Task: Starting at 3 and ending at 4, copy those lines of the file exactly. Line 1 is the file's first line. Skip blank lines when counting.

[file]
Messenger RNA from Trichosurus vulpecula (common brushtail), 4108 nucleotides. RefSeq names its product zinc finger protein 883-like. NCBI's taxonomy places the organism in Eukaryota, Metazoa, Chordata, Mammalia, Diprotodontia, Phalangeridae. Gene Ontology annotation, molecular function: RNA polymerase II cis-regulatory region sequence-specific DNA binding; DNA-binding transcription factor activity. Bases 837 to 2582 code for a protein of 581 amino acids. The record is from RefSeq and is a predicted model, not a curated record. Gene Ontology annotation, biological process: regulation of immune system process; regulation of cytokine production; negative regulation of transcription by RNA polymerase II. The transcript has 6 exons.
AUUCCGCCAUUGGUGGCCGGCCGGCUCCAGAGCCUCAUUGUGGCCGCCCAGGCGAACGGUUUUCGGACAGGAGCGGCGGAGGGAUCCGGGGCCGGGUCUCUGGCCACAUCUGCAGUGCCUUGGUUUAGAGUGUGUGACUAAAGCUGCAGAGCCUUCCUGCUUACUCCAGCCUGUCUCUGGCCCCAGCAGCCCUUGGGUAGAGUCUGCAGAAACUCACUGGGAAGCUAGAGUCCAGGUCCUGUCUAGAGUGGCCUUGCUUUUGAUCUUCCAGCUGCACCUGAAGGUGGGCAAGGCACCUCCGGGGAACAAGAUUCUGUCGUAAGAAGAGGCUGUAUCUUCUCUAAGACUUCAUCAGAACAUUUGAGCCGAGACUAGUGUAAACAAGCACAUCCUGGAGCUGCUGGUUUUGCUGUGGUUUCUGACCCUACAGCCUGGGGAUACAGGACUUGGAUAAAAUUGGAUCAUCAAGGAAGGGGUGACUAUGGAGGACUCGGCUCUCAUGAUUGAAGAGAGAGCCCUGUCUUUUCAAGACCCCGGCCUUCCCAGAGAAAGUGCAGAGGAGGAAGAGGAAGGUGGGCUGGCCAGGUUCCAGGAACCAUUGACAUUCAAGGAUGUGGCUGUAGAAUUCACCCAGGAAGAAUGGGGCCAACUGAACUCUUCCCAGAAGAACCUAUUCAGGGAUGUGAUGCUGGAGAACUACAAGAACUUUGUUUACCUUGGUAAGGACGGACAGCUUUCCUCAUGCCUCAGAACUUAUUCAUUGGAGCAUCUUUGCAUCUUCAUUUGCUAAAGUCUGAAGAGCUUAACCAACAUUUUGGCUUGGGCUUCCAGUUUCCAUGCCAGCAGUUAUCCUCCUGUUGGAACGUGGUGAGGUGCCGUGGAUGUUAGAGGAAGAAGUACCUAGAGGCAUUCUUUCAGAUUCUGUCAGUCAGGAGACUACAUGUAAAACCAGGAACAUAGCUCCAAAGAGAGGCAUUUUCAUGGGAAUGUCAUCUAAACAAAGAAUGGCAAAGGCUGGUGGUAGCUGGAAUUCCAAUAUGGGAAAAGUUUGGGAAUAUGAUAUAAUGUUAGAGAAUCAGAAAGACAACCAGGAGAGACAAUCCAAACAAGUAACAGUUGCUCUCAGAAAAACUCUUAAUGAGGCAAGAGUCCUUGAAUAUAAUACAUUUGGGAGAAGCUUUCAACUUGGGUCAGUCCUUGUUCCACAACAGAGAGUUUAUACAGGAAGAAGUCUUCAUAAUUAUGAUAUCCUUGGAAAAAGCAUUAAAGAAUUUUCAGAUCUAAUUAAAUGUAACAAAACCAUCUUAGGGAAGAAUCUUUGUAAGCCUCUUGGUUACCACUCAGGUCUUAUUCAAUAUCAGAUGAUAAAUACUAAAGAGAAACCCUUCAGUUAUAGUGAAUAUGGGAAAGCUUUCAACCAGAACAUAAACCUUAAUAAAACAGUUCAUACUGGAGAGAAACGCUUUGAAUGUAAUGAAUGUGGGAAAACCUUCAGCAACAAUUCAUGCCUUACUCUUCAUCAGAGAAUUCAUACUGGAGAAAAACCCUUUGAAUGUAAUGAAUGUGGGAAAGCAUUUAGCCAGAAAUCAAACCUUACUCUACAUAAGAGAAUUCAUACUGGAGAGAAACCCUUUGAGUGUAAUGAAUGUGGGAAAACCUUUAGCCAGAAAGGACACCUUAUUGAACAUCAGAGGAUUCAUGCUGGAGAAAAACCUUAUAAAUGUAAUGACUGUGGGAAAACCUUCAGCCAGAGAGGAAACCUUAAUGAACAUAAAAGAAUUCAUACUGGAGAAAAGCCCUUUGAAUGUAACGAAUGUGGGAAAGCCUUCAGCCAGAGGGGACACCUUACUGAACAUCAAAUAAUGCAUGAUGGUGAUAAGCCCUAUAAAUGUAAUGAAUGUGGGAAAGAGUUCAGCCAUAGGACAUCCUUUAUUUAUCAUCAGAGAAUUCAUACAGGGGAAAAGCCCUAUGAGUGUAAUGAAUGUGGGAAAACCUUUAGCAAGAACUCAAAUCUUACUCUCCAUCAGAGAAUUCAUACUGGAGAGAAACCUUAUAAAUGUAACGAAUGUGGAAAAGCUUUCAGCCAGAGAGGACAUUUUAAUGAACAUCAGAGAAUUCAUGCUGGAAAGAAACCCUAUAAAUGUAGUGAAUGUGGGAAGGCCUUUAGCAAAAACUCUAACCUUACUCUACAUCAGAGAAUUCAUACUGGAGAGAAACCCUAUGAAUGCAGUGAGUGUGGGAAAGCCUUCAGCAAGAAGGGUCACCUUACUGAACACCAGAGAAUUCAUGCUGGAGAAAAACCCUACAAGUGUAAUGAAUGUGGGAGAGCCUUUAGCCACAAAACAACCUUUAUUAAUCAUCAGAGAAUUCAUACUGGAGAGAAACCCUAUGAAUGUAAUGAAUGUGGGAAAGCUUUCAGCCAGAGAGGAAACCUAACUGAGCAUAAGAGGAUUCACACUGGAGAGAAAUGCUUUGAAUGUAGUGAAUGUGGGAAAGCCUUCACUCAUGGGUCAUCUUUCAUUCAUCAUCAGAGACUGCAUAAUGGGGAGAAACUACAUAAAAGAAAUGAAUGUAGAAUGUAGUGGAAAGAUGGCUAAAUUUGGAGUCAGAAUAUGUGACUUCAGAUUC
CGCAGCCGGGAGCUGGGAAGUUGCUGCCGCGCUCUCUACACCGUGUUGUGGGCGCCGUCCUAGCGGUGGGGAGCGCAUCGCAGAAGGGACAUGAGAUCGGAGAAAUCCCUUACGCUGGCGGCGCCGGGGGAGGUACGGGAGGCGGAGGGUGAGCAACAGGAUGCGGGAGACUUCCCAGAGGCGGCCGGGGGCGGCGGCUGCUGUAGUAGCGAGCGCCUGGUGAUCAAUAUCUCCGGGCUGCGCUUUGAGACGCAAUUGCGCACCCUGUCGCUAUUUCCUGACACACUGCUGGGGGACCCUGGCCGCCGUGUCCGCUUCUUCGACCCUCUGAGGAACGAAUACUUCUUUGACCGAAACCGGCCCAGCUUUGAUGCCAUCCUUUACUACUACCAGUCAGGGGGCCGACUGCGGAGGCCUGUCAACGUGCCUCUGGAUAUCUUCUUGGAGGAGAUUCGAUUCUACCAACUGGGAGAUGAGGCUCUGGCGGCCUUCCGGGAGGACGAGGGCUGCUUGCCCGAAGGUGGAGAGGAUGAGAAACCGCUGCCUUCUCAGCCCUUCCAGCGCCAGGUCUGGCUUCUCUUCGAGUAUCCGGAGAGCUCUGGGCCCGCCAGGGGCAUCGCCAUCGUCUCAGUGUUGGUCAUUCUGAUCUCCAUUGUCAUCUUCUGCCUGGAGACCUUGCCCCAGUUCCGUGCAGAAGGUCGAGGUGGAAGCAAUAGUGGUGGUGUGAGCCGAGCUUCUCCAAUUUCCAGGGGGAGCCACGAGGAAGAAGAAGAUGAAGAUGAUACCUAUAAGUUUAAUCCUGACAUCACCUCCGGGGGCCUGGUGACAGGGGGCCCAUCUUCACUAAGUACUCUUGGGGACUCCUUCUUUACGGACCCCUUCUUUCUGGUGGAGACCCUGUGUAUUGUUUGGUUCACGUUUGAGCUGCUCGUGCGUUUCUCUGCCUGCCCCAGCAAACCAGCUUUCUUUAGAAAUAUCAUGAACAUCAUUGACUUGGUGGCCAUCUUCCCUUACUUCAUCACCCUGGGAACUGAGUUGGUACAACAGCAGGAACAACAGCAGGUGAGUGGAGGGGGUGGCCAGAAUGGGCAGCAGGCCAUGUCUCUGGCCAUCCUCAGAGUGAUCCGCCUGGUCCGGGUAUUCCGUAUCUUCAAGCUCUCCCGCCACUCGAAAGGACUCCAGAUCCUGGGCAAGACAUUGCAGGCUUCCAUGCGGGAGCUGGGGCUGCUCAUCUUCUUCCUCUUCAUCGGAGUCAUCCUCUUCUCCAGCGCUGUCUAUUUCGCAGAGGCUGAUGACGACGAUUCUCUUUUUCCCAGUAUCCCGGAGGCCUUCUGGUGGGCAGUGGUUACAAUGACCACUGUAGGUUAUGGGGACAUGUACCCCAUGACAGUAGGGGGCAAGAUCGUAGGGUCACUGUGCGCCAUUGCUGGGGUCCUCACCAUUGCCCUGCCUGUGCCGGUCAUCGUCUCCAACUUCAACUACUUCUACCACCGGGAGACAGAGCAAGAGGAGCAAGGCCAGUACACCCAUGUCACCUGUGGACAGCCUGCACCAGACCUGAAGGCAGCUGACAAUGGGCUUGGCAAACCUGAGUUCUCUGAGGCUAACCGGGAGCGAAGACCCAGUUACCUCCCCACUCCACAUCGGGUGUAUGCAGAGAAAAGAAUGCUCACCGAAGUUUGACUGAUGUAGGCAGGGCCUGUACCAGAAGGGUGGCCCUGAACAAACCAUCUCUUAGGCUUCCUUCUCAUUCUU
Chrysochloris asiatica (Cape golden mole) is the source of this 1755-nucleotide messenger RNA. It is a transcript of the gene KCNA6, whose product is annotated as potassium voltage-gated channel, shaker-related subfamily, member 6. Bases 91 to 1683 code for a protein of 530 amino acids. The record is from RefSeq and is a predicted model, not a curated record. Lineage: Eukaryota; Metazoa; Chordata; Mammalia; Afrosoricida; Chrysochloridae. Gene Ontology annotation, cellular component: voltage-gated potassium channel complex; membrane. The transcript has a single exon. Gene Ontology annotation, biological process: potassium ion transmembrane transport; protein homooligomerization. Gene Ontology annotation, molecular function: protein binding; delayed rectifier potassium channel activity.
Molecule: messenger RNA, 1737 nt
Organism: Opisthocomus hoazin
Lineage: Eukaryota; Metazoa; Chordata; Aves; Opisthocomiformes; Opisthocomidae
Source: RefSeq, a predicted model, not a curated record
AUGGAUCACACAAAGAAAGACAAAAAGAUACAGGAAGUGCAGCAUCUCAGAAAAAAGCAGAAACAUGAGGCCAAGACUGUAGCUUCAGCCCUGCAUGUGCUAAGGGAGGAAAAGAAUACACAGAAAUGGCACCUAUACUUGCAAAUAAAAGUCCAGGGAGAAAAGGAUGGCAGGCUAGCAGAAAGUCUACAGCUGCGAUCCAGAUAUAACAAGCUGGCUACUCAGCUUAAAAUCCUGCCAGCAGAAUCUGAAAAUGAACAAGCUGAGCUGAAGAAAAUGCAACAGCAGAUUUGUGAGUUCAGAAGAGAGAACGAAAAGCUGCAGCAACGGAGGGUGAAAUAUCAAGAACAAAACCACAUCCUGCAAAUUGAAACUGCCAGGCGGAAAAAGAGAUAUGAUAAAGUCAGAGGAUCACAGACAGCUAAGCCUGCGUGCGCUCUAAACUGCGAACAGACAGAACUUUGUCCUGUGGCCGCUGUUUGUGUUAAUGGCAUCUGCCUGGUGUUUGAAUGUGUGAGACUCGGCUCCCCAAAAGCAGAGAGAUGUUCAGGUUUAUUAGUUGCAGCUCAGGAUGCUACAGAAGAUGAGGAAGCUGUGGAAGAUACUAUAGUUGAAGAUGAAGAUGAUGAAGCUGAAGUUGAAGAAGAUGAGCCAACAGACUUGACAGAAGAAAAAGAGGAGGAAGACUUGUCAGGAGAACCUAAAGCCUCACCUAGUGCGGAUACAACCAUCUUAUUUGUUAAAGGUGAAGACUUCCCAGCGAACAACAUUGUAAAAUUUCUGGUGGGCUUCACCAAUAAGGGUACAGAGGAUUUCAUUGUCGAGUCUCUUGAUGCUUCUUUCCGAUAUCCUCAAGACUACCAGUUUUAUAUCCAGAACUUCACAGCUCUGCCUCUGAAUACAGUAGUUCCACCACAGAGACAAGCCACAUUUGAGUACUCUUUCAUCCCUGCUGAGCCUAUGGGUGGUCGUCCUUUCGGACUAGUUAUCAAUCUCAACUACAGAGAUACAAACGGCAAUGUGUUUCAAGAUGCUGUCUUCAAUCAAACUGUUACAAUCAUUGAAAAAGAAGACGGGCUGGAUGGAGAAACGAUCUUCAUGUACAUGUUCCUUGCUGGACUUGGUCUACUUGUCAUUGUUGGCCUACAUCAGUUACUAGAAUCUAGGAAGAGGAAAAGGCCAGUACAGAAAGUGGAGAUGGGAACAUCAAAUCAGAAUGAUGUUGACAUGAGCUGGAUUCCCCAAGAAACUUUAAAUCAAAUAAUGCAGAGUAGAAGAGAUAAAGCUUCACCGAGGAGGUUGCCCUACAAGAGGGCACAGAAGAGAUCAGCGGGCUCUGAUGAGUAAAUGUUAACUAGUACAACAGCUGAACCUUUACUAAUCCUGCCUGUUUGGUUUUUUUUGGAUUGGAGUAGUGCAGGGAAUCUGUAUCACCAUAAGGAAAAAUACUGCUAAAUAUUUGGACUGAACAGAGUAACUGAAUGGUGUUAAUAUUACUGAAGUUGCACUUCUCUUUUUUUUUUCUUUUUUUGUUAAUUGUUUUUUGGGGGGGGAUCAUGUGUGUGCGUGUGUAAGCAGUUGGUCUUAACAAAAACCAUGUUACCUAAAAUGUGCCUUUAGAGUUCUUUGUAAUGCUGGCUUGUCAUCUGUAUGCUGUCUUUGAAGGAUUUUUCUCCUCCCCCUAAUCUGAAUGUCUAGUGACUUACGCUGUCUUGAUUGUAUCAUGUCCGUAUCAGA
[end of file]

CGCAGCCGGGAGCUGGGAAGUUGCUGCCGCGCUCUCUACACCGUGUUGUGGGCGCCGUCCUAGCGGUGGGGAGCGCAUCGCAGAAGGGACAUGAGAUCGGAGAAAUCCCUUACGCUGGCGGCGCCGGGGGAGGUACGGGAGGCGGAGGGUGAGCAACAGGAUGCGGGAGACUUCCCAGAGGCGGCCGGGGGCGGCGGCUGCUGUAGUAGCGAGCGCCUGGUGAUCAAUAUCUCCGGGCUGCGCUUUGAGACGCAAUUGCGCACCCUGUCGCUAUUUCCUGACACACUGCUGGGGGACCCUGGCCGCCGUGUCCGCUUCUUCGACCCUCUGAGGAACGAAUACUUCUUUGACCGAAACCGGCCCAGCUUUGAUGCCAUCCUUUACUACUACCAGUCAGGGGGCCGACUGCGGAGGCCUGUCAACGUGCCUCUGGAUAUCUUCUUGGAGGAGAUUCGAUUCUACCAACUGGGAGAUGAGGCUCUGGCGGCCUUCCGGGAGGACGAGGGCUGCUUGCCCGAAGGUGGAGAGGAUGAGAAACCGCUGCCUUCUCAGCCCUUCCAGCGCCAGGUCUGGCUUCUCUUCGAGUAUCCGGAGAGCUCUGGGCCCGCCAGGGGCAUCGCCAUCGUCUCAGUGUUGGUCAUUCUGAUCUCCAUUGUCAUCUUCUGCCUGGAGACCUUGCCCCAGUUCCGUGCAGAAGGUCGAGGUGGAAGCAAUAGUGGUGGUGUGAGCCGAGCUUCUCCAAUUUCCAGGGGGAGCCACGAGGAAGAAGAAGAUGAAGAUGAUACCUAUAAGUUUAAUCCUGACAUCACCUCCGGGGGCCUGGUGACAGGGGGCCCAUCUUCACUAAGUACUCUUGGGGACUCCUUCUUUACGGACCCCUUCUUUCUGGUGGAGACCCUGUGUAUUGUUUGGUUCACGUUUGAGCUGCUCGUGCGUUUCUCUGCCUGCCCCAGCAAACCAGCUUUCUUUAGAAAUAUCAUGAACAUCAUUGACUUGGUGGCCAUCUUCCCUUACUUCAUCACCCUGGGAACUGAGUUGGUACAACAGCAGGAACAACAGCAGGUGAGUGGAGGGGGUGGCCAGAAUGGGCAGCAGGCCAUGUCUCUGGCCAUCCUCAGAGUGAUCCGCCUGGUCCGGGUAUUCCGUAUCUUCAAGCUCUCCCGCCACUCGAAAGGACUCCAGAUCCUGGGCAAGACAUUGCAGGCUUCCAUGCGGGAGCUGGGGCUGCUCAUCUUCUUCCUCUUCAUCGGAGUCAUCCUCUUCUCCAGCGCUGUCUAUUUCGCAGAGGCUGAUGACGACGAUUCUCUUUUUCCCAGUAUCCCGGAGGCCUUCUGGUGGGCAGUGGUUACAAUGACCACUGUAGGUUAUGGGGACAUGUACCCCAUGACAGUAGGGGGCAAGAUCGUAGGGUCACUGUGCGCCAUUGCUGGGGUCCUCACCAUUGCCCUGCCUGUGCCGGUCAUCGUCUCCAACUUCAACUACUUCUACCACCGGGAGACAGAGCAAGAGGAGCAAGGCCAGUACACCCAUGUCACCUGUGGACAGCCUGCACCAGACCUGAAGGCAGCUGACAAUGGGCUUGGCAAACCUGAGUUCUCUGAGGCUAACCGGGAGCGAAGACCCAGUUACCUCCCCACUCCACAUCGGGUGUAUGCAGAGAAAAGAAUGCUCACCGAAGUUUGACUGAUGUAGGCAGGGCCUGUACCAGAAGGGUGGCCCUGAACAAACCAUCUCUUAGGCUUCCUUCUCAUUCUU
Chrysochloris asiatica (Cape golden mole) is the source of this 1755-nucleotide messenger RNA. It is a transcript of the gene KCNA6, whose product is annotated as potassium voltage-gated channel, shaker-related subfamily, member 6. Bases 91 to 1683 code for a protein of 530 amino acids. The record is from RefSeq and is a predicted model, not a curated record. Lineage: Eukaryota; Metazoa; Chordata; Mammalia; Afrosoricida; Chrysochloridae. Gene Ontology annotation, cellular component: voltage-gated potassium channel complex; membrane. The transcript has a single exon. Gene Ontology annotation, biological process: potassium ion transmembrane transport; protein homooligomerization. Gene Ontology annotation, molecular function: protein binding; delayed rectifier potassium channel activity.